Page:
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Liberal MP Bart Bassett joins crossbench as ICAC investigates whether he was 'influenced' by Nathan Tinkler company

Bart Bassett has become the ninth state Liberal MP to join the crossbench after a corruption inquiry into illegal donations was formally widened to examine allegations that Nathan Tinkler's property development company improperly sought to influence him over a housing development.

Mr Bassett, a former mayor and the member for the seat of Londonderry in western Sydney, announced on Wednesday afternoon that he would "stand aside" from the parliamentary Liberal Party during the inquiry.

"I reject this allegation and I look forward to my opportunity to clear my name," Mr Bassett said.

Mr Bassett joins six of his colleagues on the crossbench, including former ministers Mike Gallacher and Chris Hartcher. Another two MPs, Tim Owen and Andrew Cornwell, have since resigned.

Including Barry O'Farrell, who resigned as premier amid a separate inquiry earlier this year, almost 16 per cent of the parliamentary Liberal Party has been embroiled in the state's growing corruption saga.

ICAC heard on Wednesday that Mr Tinkler's company Buildev made an illegal $18,000 payment to Mr Bassett's election campaign for the seat of Londonderry in December 2010.


Mr Bassett voted for a new residential land strategy in North Richmond favouring Mr Tinkler's company in May 2011 when he was Hawkesbury mayor.

The commission heard the $18,000 was paid to an alleged Liberal Party front organisation called the Free Enterprise Foundation. It "went straight into Mr Bassett's [election campaign] account" and was used to buy election advertising material.

Property developers have been banned from making political donations in NSW since 2009.

"Do you think a payment could have been made into that election account as a way of thanking Mr Bassett for decisions he'd made to benefit Buildev?" counsel assisting, Geoffrey Watson, SC, asked Buildev co-founder Darren Williams.

"You could make that speculation," Mr Williams replied. "It's not my recollection."

Asked whether the money was paid with a view to influencing Mr Bassett to make decisions which could assist Buildev, Mr Williams said: "You could speculate that."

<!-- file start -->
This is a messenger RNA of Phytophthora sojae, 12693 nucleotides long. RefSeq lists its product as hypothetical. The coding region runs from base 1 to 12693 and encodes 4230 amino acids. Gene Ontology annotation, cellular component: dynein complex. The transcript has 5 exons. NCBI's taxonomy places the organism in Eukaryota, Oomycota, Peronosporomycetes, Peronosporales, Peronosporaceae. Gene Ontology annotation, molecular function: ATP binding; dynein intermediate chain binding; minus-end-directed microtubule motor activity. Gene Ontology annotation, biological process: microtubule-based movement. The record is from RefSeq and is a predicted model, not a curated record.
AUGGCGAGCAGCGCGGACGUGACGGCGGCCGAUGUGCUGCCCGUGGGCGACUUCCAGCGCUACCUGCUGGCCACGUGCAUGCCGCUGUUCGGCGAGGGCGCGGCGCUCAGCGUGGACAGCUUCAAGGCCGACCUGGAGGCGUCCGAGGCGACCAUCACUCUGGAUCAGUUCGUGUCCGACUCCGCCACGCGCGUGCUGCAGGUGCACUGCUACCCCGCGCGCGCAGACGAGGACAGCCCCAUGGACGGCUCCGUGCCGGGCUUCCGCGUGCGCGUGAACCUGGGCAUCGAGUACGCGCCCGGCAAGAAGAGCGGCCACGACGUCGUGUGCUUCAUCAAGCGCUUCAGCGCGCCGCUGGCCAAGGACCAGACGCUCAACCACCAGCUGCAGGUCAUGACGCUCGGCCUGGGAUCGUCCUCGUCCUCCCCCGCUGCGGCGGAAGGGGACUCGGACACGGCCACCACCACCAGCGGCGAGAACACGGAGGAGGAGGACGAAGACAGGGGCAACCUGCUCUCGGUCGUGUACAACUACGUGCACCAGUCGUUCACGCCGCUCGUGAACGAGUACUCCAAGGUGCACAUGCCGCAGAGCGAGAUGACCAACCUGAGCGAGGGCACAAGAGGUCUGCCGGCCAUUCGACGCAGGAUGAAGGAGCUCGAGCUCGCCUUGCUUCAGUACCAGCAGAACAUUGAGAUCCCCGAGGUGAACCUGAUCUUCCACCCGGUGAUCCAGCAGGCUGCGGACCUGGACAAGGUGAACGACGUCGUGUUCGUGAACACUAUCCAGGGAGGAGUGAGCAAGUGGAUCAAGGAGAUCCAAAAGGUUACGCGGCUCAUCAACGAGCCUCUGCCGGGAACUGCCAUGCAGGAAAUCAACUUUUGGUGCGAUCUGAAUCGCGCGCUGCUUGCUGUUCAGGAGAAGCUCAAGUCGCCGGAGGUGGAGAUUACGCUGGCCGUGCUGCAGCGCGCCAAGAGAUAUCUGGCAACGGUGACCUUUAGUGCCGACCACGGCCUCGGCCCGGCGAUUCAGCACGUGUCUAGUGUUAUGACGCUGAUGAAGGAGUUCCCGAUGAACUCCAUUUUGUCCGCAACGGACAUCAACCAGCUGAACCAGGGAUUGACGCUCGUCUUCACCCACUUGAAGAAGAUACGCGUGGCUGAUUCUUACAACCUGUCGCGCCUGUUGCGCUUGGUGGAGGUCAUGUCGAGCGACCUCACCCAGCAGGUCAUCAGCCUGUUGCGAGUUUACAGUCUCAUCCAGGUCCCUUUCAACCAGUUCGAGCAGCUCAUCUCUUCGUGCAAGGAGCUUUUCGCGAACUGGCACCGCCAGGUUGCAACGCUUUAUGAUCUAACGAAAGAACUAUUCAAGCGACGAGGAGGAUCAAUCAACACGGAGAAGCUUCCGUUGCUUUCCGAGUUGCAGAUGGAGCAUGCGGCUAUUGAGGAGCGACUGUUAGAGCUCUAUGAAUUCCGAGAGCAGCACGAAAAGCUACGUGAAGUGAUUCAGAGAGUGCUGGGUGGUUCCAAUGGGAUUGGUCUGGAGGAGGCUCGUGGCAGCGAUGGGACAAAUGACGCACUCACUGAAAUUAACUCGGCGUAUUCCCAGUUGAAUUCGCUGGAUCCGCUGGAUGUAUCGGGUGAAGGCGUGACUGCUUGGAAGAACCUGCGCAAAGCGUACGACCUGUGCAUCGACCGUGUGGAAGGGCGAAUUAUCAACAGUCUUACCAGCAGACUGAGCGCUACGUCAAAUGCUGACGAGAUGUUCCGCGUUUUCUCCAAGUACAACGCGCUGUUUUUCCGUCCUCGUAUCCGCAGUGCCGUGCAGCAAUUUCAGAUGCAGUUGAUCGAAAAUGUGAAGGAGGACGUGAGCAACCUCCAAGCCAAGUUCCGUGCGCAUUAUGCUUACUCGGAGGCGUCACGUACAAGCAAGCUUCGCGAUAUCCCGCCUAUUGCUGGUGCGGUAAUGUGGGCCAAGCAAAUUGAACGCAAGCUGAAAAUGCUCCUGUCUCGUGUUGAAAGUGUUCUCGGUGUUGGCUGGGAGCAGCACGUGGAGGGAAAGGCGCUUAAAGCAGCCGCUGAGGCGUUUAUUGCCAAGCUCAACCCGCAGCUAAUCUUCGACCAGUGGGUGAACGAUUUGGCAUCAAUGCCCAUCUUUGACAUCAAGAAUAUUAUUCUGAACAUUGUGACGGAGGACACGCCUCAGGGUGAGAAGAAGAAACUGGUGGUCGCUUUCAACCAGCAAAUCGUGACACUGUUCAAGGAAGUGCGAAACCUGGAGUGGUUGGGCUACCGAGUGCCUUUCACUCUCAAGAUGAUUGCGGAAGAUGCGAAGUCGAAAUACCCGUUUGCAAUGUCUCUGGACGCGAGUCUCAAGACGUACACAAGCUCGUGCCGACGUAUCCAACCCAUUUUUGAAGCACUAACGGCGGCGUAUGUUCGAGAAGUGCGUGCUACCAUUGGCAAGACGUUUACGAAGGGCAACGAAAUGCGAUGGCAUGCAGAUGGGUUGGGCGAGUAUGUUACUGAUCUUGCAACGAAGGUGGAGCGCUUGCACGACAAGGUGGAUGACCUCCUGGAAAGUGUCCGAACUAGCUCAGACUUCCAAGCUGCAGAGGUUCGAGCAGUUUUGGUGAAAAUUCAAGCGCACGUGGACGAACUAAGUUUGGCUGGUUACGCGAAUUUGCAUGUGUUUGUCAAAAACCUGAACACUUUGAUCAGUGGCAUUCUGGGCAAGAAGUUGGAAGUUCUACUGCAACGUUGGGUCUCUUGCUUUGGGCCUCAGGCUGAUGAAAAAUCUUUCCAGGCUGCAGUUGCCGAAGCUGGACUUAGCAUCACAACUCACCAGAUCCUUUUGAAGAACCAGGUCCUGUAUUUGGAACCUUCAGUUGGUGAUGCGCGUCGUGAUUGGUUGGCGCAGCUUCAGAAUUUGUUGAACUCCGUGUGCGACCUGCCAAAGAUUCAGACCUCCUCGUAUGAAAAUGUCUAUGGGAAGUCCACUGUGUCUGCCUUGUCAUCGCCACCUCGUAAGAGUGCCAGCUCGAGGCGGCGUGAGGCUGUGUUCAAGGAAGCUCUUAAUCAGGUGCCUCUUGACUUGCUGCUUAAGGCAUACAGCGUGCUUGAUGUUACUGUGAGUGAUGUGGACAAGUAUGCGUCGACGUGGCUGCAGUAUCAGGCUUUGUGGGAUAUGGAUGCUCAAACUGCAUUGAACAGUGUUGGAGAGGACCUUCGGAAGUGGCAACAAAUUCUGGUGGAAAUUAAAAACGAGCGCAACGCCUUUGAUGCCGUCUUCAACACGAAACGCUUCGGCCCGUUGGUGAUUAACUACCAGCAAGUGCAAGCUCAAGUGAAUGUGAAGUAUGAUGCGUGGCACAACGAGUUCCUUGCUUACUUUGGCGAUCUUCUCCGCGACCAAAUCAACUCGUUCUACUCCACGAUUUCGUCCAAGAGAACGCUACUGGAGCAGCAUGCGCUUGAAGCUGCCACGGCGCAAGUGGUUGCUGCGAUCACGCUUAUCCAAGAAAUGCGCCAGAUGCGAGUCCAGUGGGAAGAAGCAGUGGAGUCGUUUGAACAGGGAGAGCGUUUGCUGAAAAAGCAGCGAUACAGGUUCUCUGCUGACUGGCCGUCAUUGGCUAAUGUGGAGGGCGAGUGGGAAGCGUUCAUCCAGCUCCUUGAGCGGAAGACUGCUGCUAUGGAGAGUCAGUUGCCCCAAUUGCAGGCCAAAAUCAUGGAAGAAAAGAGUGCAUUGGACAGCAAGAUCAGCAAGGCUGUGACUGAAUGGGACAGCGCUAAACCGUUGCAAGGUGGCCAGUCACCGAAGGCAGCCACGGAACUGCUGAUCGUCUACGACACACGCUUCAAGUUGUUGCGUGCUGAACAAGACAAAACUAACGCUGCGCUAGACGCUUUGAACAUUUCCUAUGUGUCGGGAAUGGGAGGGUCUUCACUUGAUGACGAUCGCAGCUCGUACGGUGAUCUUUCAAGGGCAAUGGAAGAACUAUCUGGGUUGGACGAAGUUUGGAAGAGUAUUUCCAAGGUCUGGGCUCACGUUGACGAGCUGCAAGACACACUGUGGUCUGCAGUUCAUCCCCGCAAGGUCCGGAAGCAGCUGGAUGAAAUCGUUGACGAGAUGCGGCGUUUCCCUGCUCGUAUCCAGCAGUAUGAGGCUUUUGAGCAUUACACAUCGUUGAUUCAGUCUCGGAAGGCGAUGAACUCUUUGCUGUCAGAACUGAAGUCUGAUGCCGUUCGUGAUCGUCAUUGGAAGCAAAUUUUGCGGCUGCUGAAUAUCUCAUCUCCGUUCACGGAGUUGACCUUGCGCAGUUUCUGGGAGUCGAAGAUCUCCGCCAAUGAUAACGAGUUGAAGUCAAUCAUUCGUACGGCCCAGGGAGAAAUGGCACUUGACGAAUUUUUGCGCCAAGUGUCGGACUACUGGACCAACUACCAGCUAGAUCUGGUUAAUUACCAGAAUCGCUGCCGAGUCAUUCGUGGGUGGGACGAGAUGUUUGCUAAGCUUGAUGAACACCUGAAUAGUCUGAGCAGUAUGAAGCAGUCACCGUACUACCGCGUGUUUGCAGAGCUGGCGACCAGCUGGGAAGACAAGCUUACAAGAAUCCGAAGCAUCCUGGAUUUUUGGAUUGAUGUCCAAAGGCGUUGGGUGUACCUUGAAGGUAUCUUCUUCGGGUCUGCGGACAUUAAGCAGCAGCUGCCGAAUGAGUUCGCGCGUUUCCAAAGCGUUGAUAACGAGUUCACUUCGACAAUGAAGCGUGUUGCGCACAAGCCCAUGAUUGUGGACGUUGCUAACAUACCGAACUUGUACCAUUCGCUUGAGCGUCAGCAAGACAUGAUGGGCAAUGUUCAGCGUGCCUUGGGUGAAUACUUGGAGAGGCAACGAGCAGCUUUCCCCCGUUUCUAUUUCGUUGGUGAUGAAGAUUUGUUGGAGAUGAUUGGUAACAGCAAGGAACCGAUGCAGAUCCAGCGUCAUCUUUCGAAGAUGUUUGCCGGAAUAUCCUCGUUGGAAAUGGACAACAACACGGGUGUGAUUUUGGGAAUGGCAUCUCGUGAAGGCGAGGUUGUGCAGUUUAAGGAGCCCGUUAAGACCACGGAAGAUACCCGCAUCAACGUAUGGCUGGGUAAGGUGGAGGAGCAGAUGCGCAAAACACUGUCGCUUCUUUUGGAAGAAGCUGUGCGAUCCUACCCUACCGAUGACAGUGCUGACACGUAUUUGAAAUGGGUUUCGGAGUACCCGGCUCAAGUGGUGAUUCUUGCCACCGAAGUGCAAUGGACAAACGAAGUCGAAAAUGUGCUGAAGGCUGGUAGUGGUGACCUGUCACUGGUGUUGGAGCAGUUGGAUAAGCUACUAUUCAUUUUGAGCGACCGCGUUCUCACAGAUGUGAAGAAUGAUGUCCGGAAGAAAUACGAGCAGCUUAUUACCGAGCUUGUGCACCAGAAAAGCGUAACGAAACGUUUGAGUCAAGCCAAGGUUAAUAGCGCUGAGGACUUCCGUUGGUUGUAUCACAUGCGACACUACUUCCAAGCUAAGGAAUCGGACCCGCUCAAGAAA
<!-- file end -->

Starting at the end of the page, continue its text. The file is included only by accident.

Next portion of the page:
ICAC heard that Buildev executives met Mr Bassett, then Hawkesbury mayor, at his home in May 2007.

"We can land [the Buildev helicopter] at his house, more private," Buildev development partner Mark Regent wrote in an email.

Mr Regent said in a January 2007 email – before laws were passed banning donations from developers – that Mr Bassett had been "great" and the company needed to pay him a donation.

Buildev's employment of the dark arts of political manipulation were revealed in a series of texts and emails tendered at the inquiry.

ICAC has heard that Buildev executives did their utmost to sideline critics of their controversial housing project in North Richmond.

In 2007, Buildev executives discussed hiring a local solicitor to "advise" on their project. This would mean that his wife, a local councillor, would not be able to vote on the matter because of a conflict of interest. They also discussed hiring people to fill out submissions supporting their North Richmond project.

Mr Williams also discussed approaching the head office of the NSW Labor Party to put pressure on ALP politicians who were against the Buildev project. "We will see Mark Arbib and Eric Rossendal [sic]" read an email from Mr Williams on May 29, 2007.

Mr Williams denied that donations were a way of buying influence. "You don't buy influence, you buy the ability to put your case forward," Mr Williams said. He complained that otherwise "you can wait months" to see your local MP.

Due to boundary changes in his seat of Londonderry, Mr Bassett has been trying to find another seat to contest at the 2015 election, but the allegations aired at ICAC are likely to cruel his chances.